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Malaria in Africa

Malaria in Africa

Malaria, a disease of global health importance, has resulted in enormous costs to individuals, families and governments, especially in Africa, despite increased efforts towards its prevention and management.

According to WHO, a major percentage of deaths from malaria occur in Africa. WHO’s 2015 reports showed that about 88% of the cases of malaria were recorded worldwide, and 90% of the deaths occured in Africa.

Although there is still a significant number of infections and deaths from malaria, the report also stated that there has been an overall decrease in the number of cases and fatalities from malaria over time.

It is noteworthy that the war against malaria has also yielded positive results. There was a decline of about 42% in the number of cases of malaria recorded between 2000 and 2015. In that time, there was also a 66% decrease in the number of people that died from malaria in Africa.

What is malaria?

Malaria is a disease which is both preventable and curable; it is caused by parasites known as Plasmodium. There are five Plasmodium species that cause malaria. The causative organisms of malaria which are of the greatest public health importance in Africa are Plasmodium falciparum and Plasmodium vivax. Plasmodium vivax – which is particularly common in some areas of Africa – is especially difficult to handle and manage, while Plasmodium falciparum is a widespread cause of malaria in Africa.

Who is at the greatest risk of contracting malaria?

Malaria is carried by female Anopheles mosquito. When the mosquito sucks blood from a person, it deposits the causative parasites of malaria. Individuals with a low level of immunity are most prone to developing the disease after the causative parasites are deposited. According to the Center for Disease Control and Prevention (CDC), there is a highly efficient mosquito that transmits Plasmodium in certain parts of Africa, contributing to the increased burden of the disease in the region.

The groups of persons most affected by malaria are children under the age of 5 whose immunity are yet to develop properly. Pregnant women are also at an increased risk of contracting the disease because their immunity decreases as a consequence of pregnancy. Individuals that have  not built up their immunity to malaria (such as travellers) are at increased risk of contracting the disease.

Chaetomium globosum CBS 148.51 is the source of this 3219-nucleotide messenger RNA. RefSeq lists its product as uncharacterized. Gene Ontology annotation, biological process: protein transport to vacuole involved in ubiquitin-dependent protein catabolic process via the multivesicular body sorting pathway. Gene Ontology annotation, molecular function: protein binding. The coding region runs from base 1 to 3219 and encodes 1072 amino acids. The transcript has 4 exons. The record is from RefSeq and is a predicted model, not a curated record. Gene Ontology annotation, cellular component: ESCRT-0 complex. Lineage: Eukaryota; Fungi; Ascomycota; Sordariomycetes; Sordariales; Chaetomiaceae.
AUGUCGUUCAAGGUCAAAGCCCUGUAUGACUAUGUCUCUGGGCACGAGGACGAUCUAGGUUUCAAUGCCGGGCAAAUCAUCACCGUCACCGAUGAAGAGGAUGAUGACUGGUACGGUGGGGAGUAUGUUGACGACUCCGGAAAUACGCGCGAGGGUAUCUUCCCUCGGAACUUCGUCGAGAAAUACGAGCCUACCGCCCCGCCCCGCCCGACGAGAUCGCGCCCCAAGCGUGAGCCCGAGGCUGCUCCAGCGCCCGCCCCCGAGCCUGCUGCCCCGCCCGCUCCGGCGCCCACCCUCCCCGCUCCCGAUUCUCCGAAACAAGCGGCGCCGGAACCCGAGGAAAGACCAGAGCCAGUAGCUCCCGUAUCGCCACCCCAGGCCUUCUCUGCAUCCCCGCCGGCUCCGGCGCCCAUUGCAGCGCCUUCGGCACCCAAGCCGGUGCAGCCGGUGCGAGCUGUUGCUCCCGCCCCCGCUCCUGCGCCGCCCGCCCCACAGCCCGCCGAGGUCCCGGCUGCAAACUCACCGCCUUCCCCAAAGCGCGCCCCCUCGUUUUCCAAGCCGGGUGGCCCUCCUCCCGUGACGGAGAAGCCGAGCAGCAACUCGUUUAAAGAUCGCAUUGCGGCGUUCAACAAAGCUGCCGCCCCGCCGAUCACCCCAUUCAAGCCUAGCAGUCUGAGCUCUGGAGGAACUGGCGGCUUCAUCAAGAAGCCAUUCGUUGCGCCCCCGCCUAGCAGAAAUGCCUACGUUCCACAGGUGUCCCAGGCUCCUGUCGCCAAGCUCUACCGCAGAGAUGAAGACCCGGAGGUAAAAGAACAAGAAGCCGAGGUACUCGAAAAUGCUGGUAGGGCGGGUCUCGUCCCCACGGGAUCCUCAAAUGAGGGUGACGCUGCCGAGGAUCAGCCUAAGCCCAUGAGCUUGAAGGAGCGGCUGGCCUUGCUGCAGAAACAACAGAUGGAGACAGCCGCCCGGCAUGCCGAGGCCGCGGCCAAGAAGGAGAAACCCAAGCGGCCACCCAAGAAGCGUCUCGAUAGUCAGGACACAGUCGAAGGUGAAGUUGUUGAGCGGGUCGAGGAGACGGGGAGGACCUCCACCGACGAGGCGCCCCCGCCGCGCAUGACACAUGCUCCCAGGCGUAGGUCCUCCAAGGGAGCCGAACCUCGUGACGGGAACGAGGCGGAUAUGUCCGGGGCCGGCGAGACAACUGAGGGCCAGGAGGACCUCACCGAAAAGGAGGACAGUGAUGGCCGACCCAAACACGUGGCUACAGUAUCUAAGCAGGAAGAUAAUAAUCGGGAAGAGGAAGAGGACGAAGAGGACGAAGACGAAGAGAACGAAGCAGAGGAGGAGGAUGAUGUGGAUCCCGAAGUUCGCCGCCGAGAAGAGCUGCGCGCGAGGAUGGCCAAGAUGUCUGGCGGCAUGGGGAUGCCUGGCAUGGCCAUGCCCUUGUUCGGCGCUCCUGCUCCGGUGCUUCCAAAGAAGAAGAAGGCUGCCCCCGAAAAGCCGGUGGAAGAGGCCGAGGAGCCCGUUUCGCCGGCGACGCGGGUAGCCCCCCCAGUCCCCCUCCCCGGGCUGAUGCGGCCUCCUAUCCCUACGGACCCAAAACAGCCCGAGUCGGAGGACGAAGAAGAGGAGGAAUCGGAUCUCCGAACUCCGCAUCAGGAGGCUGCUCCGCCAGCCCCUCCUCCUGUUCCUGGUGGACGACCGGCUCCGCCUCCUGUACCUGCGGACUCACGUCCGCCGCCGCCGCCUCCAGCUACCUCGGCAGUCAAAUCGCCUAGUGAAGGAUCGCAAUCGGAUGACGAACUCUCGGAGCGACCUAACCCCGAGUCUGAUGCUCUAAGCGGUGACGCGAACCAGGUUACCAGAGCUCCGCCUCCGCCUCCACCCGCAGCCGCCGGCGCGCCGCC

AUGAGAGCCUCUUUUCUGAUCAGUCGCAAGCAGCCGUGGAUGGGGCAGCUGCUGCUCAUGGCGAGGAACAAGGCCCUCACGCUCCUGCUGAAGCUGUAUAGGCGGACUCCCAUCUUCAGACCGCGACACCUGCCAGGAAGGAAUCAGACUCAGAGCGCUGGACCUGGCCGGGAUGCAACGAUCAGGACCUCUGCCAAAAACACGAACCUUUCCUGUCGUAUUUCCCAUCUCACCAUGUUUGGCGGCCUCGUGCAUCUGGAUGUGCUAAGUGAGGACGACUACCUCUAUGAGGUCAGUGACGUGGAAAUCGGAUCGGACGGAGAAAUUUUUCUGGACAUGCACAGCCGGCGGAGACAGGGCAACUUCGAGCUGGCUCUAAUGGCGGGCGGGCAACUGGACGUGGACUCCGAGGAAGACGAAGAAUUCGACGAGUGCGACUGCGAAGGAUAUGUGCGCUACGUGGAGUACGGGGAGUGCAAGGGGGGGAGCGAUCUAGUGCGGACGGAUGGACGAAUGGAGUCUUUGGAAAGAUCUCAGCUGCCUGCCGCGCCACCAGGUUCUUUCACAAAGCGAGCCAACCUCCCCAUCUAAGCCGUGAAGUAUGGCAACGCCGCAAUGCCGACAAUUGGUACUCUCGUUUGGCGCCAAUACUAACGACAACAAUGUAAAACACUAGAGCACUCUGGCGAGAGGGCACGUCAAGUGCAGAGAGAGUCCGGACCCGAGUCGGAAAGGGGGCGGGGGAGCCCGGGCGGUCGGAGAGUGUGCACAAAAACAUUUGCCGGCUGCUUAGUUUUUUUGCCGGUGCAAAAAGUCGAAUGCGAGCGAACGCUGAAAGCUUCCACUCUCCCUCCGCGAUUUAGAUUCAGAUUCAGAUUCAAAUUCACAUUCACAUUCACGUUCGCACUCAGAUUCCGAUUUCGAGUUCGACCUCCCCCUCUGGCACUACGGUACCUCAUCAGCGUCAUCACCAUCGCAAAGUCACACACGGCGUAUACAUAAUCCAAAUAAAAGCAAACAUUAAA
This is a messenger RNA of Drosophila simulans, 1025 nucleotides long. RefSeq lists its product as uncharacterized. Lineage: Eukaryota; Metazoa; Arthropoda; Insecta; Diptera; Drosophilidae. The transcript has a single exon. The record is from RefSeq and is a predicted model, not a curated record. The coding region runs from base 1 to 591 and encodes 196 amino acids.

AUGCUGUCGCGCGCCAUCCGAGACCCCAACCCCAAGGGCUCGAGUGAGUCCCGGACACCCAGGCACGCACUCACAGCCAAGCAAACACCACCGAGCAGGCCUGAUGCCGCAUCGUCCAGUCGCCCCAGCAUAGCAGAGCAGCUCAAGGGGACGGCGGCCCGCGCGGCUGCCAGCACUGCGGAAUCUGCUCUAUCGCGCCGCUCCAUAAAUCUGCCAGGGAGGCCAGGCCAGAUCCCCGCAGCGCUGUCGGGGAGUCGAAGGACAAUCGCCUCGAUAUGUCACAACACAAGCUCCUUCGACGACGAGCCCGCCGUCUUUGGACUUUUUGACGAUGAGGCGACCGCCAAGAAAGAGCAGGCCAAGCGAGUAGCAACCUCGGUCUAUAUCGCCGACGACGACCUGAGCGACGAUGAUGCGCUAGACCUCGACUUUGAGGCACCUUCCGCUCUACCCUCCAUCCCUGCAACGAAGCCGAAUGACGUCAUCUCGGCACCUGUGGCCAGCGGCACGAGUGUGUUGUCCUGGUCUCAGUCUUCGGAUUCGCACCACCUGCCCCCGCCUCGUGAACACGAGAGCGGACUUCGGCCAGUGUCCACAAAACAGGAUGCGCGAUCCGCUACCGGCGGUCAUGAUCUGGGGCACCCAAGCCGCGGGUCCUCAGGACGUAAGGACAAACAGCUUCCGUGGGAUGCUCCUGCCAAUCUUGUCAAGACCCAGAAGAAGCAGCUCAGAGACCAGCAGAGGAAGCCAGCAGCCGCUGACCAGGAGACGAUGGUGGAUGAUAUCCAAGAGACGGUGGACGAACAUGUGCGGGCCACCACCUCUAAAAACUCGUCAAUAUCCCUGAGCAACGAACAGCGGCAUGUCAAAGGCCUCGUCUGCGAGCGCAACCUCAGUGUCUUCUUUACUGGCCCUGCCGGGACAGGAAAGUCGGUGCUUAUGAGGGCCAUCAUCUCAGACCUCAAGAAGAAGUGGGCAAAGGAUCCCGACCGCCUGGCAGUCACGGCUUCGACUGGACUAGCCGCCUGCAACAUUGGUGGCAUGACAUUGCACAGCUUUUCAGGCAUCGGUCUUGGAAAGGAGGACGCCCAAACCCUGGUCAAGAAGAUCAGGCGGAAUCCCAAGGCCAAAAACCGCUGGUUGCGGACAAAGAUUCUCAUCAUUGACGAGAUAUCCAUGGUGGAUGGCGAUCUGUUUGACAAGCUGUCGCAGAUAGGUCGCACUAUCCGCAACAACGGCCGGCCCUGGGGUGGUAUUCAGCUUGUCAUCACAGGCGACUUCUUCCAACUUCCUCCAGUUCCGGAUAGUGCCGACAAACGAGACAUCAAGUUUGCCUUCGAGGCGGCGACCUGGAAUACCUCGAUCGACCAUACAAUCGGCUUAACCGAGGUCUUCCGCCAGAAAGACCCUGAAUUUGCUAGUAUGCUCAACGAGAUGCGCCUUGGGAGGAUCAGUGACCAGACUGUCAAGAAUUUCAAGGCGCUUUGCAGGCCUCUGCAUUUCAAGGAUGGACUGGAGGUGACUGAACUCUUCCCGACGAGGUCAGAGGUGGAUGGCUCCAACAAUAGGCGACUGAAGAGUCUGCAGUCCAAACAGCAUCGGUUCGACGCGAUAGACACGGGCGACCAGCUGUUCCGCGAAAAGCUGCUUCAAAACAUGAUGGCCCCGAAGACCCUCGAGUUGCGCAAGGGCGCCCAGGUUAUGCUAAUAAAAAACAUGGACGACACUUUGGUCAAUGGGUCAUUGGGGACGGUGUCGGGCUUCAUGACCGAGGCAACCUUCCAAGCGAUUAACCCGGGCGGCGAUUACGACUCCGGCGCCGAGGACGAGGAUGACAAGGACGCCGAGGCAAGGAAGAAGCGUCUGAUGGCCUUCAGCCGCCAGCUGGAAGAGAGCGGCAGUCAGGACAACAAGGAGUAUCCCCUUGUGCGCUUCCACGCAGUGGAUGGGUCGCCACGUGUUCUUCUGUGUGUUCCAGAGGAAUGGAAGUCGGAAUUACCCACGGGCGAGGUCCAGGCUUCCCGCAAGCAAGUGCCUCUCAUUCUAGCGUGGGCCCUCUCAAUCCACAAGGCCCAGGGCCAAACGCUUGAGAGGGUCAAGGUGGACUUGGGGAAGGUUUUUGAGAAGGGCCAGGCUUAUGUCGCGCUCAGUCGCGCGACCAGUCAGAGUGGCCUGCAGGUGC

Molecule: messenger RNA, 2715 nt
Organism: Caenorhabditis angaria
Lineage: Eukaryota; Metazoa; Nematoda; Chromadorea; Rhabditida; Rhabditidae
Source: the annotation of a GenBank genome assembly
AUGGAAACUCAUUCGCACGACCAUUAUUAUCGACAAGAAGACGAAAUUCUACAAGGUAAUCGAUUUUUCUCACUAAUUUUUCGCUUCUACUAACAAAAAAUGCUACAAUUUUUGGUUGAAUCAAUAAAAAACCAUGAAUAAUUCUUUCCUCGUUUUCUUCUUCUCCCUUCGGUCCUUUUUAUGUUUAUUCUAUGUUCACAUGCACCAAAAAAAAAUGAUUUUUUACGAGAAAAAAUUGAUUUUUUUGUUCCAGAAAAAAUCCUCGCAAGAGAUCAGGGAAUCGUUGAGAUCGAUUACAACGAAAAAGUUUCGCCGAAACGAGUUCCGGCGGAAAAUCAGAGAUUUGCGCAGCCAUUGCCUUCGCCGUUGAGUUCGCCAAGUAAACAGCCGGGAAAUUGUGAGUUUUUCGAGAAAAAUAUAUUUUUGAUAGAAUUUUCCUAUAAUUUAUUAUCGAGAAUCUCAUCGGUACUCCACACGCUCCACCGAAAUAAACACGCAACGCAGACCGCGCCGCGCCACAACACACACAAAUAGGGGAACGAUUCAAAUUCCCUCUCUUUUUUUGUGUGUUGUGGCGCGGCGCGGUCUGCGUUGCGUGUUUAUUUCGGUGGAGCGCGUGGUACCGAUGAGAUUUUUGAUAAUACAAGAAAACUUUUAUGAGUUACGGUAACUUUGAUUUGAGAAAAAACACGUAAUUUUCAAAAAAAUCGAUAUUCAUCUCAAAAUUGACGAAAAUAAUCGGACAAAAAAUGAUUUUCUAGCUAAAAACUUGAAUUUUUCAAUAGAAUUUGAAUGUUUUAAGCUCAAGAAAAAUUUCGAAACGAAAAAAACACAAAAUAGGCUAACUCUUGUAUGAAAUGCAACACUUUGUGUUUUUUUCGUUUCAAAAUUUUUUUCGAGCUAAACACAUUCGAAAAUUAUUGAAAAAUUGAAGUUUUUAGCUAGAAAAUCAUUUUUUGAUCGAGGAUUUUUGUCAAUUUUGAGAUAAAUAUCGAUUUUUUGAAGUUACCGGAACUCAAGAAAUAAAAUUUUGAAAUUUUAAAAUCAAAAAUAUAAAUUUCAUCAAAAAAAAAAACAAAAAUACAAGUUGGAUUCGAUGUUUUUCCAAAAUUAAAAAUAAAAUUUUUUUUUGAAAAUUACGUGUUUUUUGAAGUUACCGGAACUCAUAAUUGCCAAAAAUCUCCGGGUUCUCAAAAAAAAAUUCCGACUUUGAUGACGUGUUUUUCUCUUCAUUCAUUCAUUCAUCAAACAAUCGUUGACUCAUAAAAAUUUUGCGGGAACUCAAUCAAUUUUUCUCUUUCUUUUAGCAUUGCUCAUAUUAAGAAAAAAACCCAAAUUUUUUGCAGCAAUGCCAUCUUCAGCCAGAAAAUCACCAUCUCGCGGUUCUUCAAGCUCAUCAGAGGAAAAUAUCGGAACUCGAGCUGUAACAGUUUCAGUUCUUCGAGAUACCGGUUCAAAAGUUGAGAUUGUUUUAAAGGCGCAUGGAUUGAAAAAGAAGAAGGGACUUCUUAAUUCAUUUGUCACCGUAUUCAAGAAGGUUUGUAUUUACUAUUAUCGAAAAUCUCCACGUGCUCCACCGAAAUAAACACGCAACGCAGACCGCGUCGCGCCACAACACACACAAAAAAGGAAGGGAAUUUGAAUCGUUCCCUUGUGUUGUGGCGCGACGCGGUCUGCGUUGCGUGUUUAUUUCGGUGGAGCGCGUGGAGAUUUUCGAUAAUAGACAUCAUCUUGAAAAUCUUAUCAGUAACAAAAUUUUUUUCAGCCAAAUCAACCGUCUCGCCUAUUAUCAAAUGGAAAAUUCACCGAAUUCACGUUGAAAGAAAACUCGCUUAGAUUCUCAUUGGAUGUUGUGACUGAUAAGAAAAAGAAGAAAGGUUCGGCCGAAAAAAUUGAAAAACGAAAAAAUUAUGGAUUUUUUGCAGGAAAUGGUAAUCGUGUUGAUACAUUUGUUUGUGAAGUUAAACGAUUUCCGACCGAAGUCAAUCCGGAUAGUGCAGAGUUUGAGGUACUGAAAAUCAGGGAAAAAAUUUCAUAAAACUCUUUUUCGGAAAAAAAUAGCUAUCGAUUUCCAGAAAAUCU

Interesting facts about Plasmodium

As the group of parasite responsible for malaria, Plasmodium has several interesting characteristics.

  • They can cause up to four different types of malaria
  • They stay in the salivary glands until they have access to the liver where they can reproduce
  • When they get to the red blood cells, they cause bursting of the cells

Prevention and management methods of malaria

Because malaria is a preventable disease, a lot of measures can be taken stop its transmission and stay safe.

The preventive measures of malaria including preventing contact with mosquitoes. The use of long-lasting insecticidal nets and insecticide sprays are major ways of preventing the spread of malaria.

Research on vaccines is underway, with ongoing pilot projects to determine the effectiveness and suitability of vaccines for widespread use. Global efforts are continually being deployed to curtail the menace of malaria.

The peculiarity of malaria in Africa is as a result of a complex of contributing factors which include poverty, lack of resources and appropriate healthcare facilities to manage the disease effectively.

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References

Malaria’s Impact Worldwide. Centers for Disease Control and Prevention. Retrieved from https://www.cdc.gov/malaria/malaria_worldwide/impact.html

Malaria Burden in Africa. Retrieved from http://www.africairs.net/the-malaria-burden-in-africa/

Malaria. World Health Organization Regional Office for Africa. Retrieved from https://www.afro.who.int/health-topics/malaria